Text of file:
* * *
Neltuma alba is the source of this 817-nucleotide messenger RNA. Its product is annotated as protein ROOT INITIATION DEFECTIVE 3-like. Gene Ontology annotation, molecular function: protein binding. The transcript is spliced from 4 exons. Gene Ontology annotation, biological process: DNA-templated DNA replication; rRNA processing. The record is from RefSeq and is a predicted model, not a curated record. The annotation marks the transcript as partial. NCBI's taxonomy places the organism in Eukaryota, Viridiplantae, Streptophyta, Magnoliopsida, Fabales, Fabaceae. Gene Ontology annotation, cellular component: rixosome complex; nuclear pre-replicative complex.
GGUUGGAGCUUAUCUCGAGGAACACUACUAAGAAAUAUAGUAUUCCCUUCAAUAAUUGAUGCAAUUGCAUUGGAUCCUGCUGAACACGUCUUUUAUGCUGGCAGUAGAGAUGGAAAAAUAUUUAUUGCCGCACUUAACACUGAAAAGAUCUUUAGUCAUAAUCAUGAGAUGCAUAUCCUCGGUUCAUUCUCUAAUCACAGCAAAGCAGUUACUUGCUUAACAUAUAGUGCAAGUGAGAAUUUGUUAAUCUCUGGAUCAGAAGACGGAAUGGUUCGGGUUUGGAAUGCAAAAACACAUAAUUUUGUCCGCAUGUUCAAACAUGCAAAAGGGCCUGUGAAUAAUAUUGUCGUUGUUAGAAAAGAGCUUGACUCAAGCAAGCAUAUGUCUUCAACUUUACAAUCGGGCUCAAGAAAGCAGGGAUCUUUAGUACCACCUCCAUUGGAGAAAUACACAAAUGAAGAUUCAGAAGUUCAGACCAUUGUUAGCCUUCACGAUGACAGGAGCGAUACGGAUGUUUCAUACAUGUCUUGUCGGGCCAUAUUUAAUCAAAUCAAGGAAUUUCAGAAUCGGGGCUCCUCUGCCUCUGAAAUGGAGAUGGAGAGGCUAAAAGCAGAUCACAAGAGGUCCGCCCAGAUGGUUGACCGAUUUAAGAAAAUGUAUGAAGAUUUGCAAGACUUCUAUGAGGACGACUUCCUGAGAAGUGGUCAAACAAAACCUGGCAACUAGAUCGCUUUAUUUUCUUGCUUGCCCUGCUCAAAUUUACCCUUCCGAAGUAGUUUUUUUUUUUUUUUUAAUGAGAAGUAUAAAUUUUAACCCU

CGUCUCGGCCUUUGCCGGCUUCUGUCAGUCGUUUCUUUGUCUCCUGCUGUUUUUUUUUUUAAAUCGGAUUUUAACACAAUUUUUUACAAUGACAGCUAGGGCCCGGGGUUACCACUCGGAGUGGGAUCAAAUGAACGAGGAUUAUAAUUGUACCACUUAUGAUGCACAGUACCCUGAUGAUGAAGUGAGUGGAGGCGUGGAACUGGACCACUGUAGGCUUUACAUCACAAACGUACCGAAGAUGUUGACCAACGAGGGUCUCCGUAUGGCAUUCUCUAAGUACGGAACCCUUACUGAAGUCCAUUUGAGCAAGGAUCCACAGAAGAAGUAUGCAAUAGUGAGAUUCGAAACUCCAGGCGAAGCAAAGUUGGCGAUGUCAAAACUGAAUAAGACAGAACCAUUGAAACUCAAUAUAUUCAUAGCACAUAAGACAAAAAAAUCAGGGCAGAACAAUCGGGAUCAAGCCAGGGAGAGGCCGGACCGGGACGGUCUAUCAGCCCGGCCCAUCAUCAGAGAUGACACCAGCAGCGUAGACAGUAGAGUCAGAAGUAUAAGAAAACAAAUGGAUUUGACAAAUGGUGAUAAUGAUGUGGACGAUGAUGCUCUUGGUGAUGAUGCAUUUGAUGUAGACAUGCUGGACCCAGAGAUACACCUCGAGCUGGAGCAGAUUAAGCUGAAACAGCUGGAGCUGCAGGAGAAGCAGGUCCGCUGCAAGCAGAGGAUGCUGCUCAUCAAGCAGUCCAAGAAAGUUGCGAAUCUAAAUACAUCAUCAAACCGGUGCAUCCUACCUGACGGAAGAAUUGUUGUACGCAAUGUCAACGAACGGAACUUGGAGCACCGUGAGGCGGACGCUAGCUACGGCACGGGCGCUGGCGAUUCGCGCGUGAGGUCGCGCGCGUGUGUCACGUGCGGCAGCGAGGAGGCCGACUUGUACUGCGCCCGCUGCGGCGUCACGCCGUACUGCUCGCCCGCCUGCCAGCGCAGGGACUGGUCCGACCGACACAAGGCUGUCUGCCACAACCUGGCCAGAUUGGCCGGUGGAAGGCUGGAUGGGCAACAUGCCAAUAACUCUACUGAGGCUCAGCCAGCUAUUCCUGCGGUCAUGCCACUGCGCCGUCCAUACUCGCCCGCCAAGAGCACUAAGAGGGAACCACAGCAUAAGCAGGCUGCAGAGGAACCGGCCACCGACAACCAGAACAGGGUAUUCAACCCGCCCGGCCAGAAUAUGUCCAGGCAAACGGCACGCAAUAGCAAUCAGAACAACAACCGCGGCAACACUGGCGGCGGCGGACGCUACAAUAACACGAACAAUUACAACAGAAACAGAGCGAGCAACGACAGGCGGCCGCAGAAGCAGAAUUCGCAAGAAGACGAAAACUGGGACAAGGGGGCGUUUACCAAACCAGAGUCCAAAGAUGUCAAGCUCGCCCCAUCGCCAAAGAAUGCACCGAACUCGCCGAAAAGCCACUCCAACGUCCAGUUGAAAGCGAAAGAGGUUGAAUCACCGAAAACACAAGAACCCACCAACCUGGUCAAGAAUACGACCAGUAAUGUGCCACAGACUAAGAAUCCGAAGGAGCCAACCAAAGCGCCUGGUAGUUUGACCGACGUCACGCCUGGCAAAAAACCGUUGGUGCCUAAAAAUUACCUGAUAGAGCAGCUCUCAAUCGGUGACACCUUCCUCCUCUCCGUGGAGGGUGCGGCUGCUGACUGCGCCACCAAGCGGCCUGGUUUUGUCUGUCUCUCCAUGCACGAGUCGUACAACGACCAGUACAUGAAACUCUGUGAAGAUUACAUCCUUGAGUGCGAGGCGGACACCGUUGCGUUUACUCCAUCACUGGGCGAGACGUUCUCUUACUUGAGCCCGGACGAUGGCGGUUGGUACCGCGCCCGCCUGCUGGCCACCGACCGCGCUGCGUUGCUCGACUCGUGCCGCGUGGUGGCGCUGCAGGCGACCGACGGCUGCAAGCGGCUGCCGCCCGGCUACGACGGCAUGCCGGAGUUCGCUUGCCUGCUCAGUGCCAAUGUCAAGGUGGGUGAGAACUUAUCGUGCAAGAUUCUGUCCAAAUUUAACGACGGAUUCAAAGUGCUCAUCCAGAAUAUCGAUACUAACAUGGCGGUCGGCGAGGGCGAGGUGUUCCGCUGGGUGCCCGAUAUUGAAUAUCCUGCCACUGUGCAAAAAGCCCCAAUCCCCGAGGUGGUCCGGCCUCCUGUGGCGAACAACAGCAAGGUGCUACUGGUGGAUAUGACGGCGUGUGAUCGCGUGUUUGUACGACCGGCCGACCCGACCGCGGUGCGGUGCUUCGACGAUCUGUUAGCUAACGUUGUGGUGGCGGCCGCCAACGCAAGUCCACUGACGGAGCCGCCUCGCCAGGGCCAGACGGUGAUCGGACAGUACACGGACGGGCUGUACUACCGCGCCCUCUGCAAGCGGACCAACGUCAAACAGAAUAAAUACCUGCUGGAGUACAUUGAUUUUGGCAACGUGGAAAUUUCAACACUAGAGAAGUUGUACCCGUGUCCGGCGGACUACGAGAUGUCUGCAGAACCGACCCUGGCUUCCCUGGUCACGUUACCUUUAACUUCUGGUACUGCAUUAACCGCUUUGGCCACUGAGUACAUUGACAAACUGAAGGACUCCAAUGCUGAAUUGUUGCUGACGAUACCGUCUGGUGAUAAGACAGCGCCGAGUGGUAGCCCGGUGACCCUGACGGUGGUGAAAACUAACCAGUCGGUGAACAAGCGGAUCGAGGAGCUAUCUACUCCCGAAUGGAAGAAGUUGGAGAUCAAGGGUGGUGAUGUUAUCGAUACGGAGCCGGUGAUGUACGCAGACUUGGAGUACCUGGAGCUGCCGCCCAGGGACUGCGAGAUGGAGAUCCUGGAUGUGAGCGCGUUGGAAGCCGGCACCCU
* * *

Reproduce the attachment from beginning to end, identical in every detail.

Neltuma alba is the source of this 817-nucleotide messenger RNA. Its product is annotated as protein ROOT INITIATION DEFECTIVE 3-like. Gene Ontology annotation, molecular function: protein binding. The transcript is spliced from 4 exons. Gene Ontology annotation, biological process: DNA-templated DNA replication; rRNA processing. The record is from RefSeq and is a predicted model, not a curated record. The annotation marks the transcript as partial. NCBI's taxonomy places the organism in Eukaryota, Viridiplantae, Streptophyta, Magnoliopsida, Fabales, Fabaceae. Gene Ontology annotation, cellular component: rixosome complex; nuclear pre-replicative complex.
GGUUGGAGCUUAUCUCGAGGAACACUACUAAGAAAUAUAGUAUUCCCUUCAAUAAUUGAUGCAAUUGCAUUGGAUCCUGCUGAACACGUCUUUUAUGCUGGCAGUAGAGAUGGAAAAAUAUUUAUUGCCGCACUUAACACUGAAAAGAUCUUUAGUCAUAAUCAUGAGAUGCAUAUCCUCGGUUCAUUCUCUAAUCACAGCAAAGCAGUUACUUGCUUAACAUAUAGUGCAAGUGAGAAUUUGUUAAUCUCUGGAUCAGAAGACGGAAUGGUUCGGGUUUGGAAUGCAAAAACACAUAAUUUUGUCCGCAUGUUCAAACAUGCAAAAGGGCCUGUGAAUAAUAUUGUCGUUGUUAGAAAAGAGCUUGACUCAAGCAAGCAUAUGUCUUCAACUUUACAAUCGGGCUCAAGAAAGCAGGGAUCUUUAGUACCACCUCCAUUGGAGAAAUACACAAAUGAAGAUUCAGAAGUUCAGACCAUUGUUAGCCUUCACGAUGACAGGAGCGAUACGGAUGUUUCAUACAUGUCUUGUCGGGCCAUAUUUAAUCAAAUCAAGGAAUUUCAGAAUCGGGGCUCCUCUGCCUCUGAAAUGGAGAUGGAGAGGCUAAAAGCAGAUCACAAGAGGUCCGCCCAGAUGGUUGACCGAUUUAAGAAAAUGUAUGAAGAUUUGCAAGACUUCUAUGAGGACGACUUCCUGAGAAGUGGUCAAACAAAACCUGGCAACUAGAUCGCUUUAUUUUCUUGCUUGCCCUGCUCAAAUUUACCCUUCCGAAGUAGUUUUUUUUUUUUUUUUAAUGAGAAGUAUAAAUUUUAACCCU

CGUCUCGGCCUUUGCCGGCUUCUGUCAGUCGUUUCUUUGUCUCCUGCUGUUUUUUUUUUUAAAUCGGAUUUUAACACAAUUUUUUACAAUGACAGCUAGGGCCCGGGGUUACCACUCGGAGUGGGAUCAAAUGAACGAGGAUUAUAAUUGUACCACUUAUGAUGCACAGUACCCUGAUGAUGAAGUGAGUGGAGGCGUGGAACUGGACCACUGUAGGCUUUACAUCACAAACGUACCGAAGAUGUUGACCAACGAGGGUCUCCGUAUGGCAUUCUCUAAGUACGGAACCCUUACUGAAGUCCAUUUGAGCAAGGAUCCACAGAAGAAGUAUGCAAUAGUGAGAUUCGAAACUCCAGGCGAAGCAAAGUUGGCGAUGUCAAAACUGAAUAAGACAGAACCAUUGAAACUCAAUAUAUUCAUAGCACAUAAGACAAAAAAAUCAGGGCAGAACAAUCGGGAUCAAGCCAGGGAGAGGCCGGACCGGGACGGUCUAUCAGCCCGGCCCAUCAUCAGAGAUGACACCAGCAGCGUAGACAGUAGAGUCAGAAGUAUAAGAAAACAAAUGGAUUUGACAAAUGGUGAUAAUGAUGUGGACGAUGAUGCUCUUGGUGAUGAUGCAUUUGAUGUAGACAUGCUGGACCCAGAGAUACACCUCGAGCUGGAGCAGAUUAAGCUGAAACAGCUGGAGCUGCAGGAGAAGCAGGUCCGCUGCAAGCAGAGGAUGCUGCUCAUCAAGCAGUCCAAGAAAGUUGCGAAUCUAAAUACAUCAUCAAACCGGUGCAUCCUACCUGACGGAAGAAUUGUUGUACGCAAUGUCAACGAACGGAACUUGGAGCACCGUGAGGCGGACGCUAGCUACGGCACGGGCGCUGGCGAUUCGCGCGUGAGGUCGCGCGCGUGUGUCACGUGCGGCAGCGAGGAGGCCGACUUGUACUGCGCCCGCUGCGGCGUCACGCCGUACUGCUCGCCCGCCUGCCAGCGCAGGGACUGGUCCGACCGACACAAGGCUGUCUGCCACAACCUGGCCAGAUUGGCCGGUGGAAGGCUGGAUGGGCAACAUGCCAAUAACUCUACUGAGGCUCAGCCAGCUAUUCCUGCGGUCAUGCCACUGCGCCGUCCAUACUCGCCCGCCAAGAGCACUAAGAGGGAACCACAGCAUAAGCAGGCUGCAGAGGAACCGGCCACCGACAACCAGAACAGGGUAUUCAACCCGCCCGGCCAGAAUAUGUCCAGGCAAACGGCACGCAAUAGCAAUCAGAACAACAACCGCGGCAACACUGGCGGCGGCGGACGCUACAAUAACACGAACAAUUACAACAGAAACAGAGCGAGCAACGACAGGCGGCCGCAGAAGCAGAAUUCGCAAGAAGACGAAAACUGGGACAAGGGGGCGUUUACCAAACCAGAGUCCAAAGAUGUCAAGCUCGCCCCAUCGCCAAAGAAUGCACCGAACUCGCCGAAAAGCCACUCCAACGUCCAGUUGAAAGCGAAAGAGGUUGAAUCACCGAAAACACAAGAACCCACCAACCUGGUCAAGAAUACGACCAGUAAUGUGCCACAGACUAAGAAUCCGAAGGAGCCAACCAAAGCGCCUGGUAGUUUGACCGACGUCACGCCUGGCAAAAAACCGUUGGUGCCUAAAAAUUACCUGAUAGAGCAGCUCUCAAUCGGUGACACCUUCCUCCUCUCCGUGGAGGGUGCGGCUGCUGACUGCGCCACCAAGCGGCCUGGUUUUGUCUGUCUCUCCAUGCACGAGUCGUACAACGACCAGUACAUGAAACUCUGUGAAGAUUACAUCCUUGAGUGCGAGGCGGACACCGUUGCGUUUACUCCAUCACUGGGCGAGACGUUCUCUUACUUGAGCCCGGACGAUGGCGGUUGGUACCGCGCCCGCCUGCUGGCCACCGACCGCGCUGCGUUGCUCGACUCGUGCCGCGUGGUGGCGCUGCAGGCGACCGACGGCUGCAAGCGGCUGCCGCCCGGCUACGACGGCAUGCCGGAGUUCGCUUGCCUGCUCAGUGCCAAUGUCAAGGUGGGUGAGAACUUAUCGUGCAAGAUUCUGUCCAAAUUUAACGACGGAUUCAAAGUGCUCAUCCAGAAUAUCGAUACUAACAUGGCGGUCGGCGAGGGCGAGGUGUUCCGCUGGGUGCCCGAUAUUGAAUAUCCUGCCACUGUGCAAAAAGCCCCAAUCCCCGAGGUGGUCCGGCCUCCUGUGGCGAACAACAGCAAGGUGCUACUGGUGGAUAUGACGGCGUGUGAUCGCGUGUUUGUACGACCGGCCGACCCGACCGCGGUGCGGUGCUUCGACGAUCUGUUAGCUAACGUUGUGGUGGCGGCCGCCAACGCAAGUCCACUGACGGAGCCGCCUCGCCAGGGCCAGACGGUGAUCGGACAGUACACGGACGGGCUGUACUACCGCGCCCUCUGCAAGCGGACCAACGUCAAACAGAAUAAAUACCUGCUGGAGUACAUUGAUUUUGGCAACGUGGAAAUUUCAACACUAGAGAAGUUGUACCCGUGUCCGGCGGACUACGAGAUGUCUGCAGAACCGACCCUGGCUUCCCUGGUCACGUUACCUUUAACUUCUGGUACUGCAUUAACCGCUUUGGCCACUGAGUACAUUGACAAACUGAAGGACUCCAAUGCUGAAUUGUUGCUGACGAUACCGUCUGGUGAUAAGACAGCGCCGAGUGGUAGCCCGGUGACCCUGACGGUGGUGAAAACUAACCAGUCGGUGAACAAGCGGAUCGAGGAGCUAUCUACUCCCGAAUGGAAGAAGUUGGAGAUCAAGGGUGGUGAUGUUAUCGAUACGGAGCCGGUGAUGUACGCAGACUUGGAGUACCUGGAGCUGCCGCCCAGGGACUGCGAGAUGGAGAUCCUGGAUGUGAGCGCGUUGGAAGCCGGCACCCU